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Cleveland under the hill, in 1800






Although this is only a rough outline taken by one of the pioneers, who was wholly unskilled in the use of the pencil, it must be regarded as a reasonably correct picture of the lower town at that time. The trail or road up the hill, is no doubt more conspicuous and street-like than it should be, although it was then used by teams. During the same year, David Bryant became a settler, and commenced building a small distillery at the mouth of the ravine, between the cabins, as his son more fully relates in the following letter:




Alexander C. Elliot, Esq.-Sir: According to your request, I will inform you about the first settlement of Cleveland, Ohio, according to my best recollection.

My father, David Bryant, and myself, landed at Cleveland in June, 1797. There was but one family there at that time, viz: Lorenzo Carter, who lived in a log cabin, under the high sand bank, near the Cuyahoga river, and about thirty rods below the bend of the river, at the west end of Superior street. I went up the hill to view the town. I found one log cabin erected by the surveyors, on the south side of Superior street, near the place where the old Mansion house formerly stood. There was no cleared land, only where the logs were cut to erect the cabin, and for fire-wood. I saw the stakes at the corners of the lots, among the logs and large oak and chestnut trees. We were on our way to a grindstone quarry, near Vermillion river. We made two trips that summer, and stopped at Mr. Carter’s each time. In the fall of 1797, I found Mr. Rodolphus Edwards in a cabin under the hill, at the west end Superior street. We made two trips in the summer of 1798. found Major Spafford in the old surveyor’s cabin. The same fall Mr. David Clark erected a cabin on the other side of the street, and about five rods north-west of Spafford’s. We made two trips in the summer of 1799, and in the fall, father and myself returned to Cleveland, to make a pair of mill stones for Mr. Williams, about five miles east of Cleveland, near the trail to Hudson. We made the mill stones on the right hand side of the stream as you go up, fifteen or twenty feet from the stream, and about half a mile from the mill, which was under a high bank, and near a fall in said stream of forty or fifty feet. If any person will examine, they will find the remains and pieces of the rock, the said stones were made of. The water was conveyed to the mill in a dugout trough, to an under-shot wheel about twelve feet over, with one set of arms, and buckets fifteen inches long, to run inside of the trough, which went down the bank at an angle of forty-five degrees, perhaps. The dam was about four rods above the fall; the mill stones were three and a half feet in diameter, of gray rock. On my way from the town to Mr. Williams’ mill, I found the cabin of Mr. R. Edwards, who had left the town, about three miles out; the next cabin was Judge Kingsbury’s, and the next old Mr. Gunn, thence half a mile to Mr. Williams’ mill.

On my return to Cleveland in the fall of 1800, my father and myself came there to stay. He took a still from Virginia, and built a still-house under the sand bank, about twenty rods above L. Carter’s and fifteen feet from the river. The house was made of hewed logs, twenty by twenty-six, one and a half stories high. We took the water in a trough, out of some small springs which came out of the bank, into the second story of the house, and made the whisky out of wheat.

My father purchased ten acres of land about one fourth of a mile from the town plat, on the bank of the river, east of the town. In the winter of 1800 and spring of 1801, I helped my father to clear five acres on said lot, which was planted with corn in the spring. Said ten acres were sold by my father in the spring of 1802, at the rate of two dollars and fifty cents per acre. Mr. Samuel Huntington came to Cleveland in the spring of 1801, and built a hewed log house near the bank of the Cuyahoga river, about fifteen rods south-east of the old surveyors’ cabin, occupied by Mr. Spafford.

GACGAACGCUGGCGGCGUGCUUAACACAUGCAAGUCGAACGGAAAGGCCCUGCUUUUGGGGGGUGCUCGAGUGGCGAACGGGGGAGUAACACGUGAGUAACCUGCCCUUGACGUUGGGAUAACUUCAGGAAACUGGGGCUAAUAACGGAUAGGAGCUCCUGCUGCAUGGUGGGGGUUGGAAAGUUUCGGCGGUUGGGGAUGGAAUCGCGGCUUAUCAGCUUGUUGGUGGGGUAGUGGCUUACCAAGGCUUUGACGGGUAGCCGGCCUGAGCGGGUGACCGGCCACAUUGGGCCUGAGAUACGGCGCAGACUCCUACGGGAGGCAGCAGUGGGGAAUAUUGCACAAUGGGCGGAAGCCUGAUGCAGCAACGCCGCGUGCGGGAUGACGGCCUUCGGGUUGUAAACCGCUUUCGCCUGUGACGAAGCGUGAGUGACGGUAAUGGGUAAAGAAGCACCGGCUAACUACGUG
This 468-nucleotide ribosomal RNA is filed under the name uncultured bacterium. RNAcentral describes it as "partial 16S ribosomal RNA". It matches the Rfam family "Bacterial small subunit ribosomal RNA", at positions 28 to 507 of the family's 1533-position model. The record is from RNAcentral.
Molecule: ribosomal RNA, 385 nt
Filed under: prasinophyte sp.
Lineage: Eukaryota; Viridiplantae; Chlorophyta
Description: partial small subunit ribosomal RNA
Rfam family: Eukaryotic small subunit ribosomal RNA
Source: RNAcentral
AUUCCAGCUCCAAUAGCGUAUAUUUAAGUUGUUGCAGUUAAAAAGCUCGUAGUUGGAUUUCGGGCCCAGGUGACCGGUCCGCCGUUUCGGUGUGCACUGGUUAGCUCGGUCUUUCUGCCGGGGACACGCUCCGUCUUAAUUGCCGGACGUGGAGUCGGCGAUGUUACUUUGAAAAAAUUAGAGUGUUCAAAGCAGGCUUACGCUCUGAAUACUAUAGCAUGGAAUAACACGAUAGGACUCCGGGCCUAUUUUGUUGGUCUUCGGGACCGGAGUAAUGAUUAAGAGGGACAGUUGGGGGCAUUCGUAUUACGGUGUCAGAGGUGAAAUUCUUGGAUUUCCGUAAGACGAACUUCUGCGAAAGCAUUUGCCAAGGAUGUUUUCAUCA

I attended the 4th of July ball, mentioned in the History of Ohio. I waited on Miss Doan, who had just arrived at the Corners, four miles east of town. I was then about seventeen years of age, and Miss Doan about fourteen. I was dressed in the then style-a gingham suit-my hair queued with one and a half yards of black ribbon, about as long and as thick as a corncob, with a little tuft at the lower end; and for the want of pomatum, I had a piece of candle rubbed on my hair, and then as much flour sprinkled on, as could stay without falling off.

I had a good wool hat, and a pair of brogans that would help to play “Fisher’s Hornpipe,” or “High Bettie Martin,” when I danced. When I went for Miss Doan I took an old horse; when she was ready I rode up to a stump near the cabin, she mounted the stump and spread her under petticoat on “Old Tib” behind me, secured her calico dress to keep it clean, and then mounted on behind me. I had a fine time!

The Indians scattered along the river, from five to eight miles apart, as far as the falls; they hauled their canoes above high water mark and covered them with bark, and went from three to five miles back into the woods. In the spring after sugar making, they all packed their skins, sugar, bear’s oil, honey and jerked venison, to their crafts. They frequently had to make more canoes, either of wood or bark, as the increase of their furs, &c., required. They would descend the river in April, from sixty to eighty families, and encamp on the west side of the river for eight or ten days, take a drunken scrape an have a feast. I was invited to partake of a white dog. They singed part of the hair off and chopped him up, and made a large kettle of soup. They erected a scaffold, and offered a large wooden bowlful, placed on the scaffold, to “Manitou,” and then they presented me with one fore-paw well boiled, and plenty of soup, the hair still between the toes. I excused ; they said, “a good soldier could eat such.” They said “God was a good man and would not hurt anybody.” They, in offering the sacrifice to Manitou, prayed to him for their safety over the lake, and that they might have a good crop of corn, &c.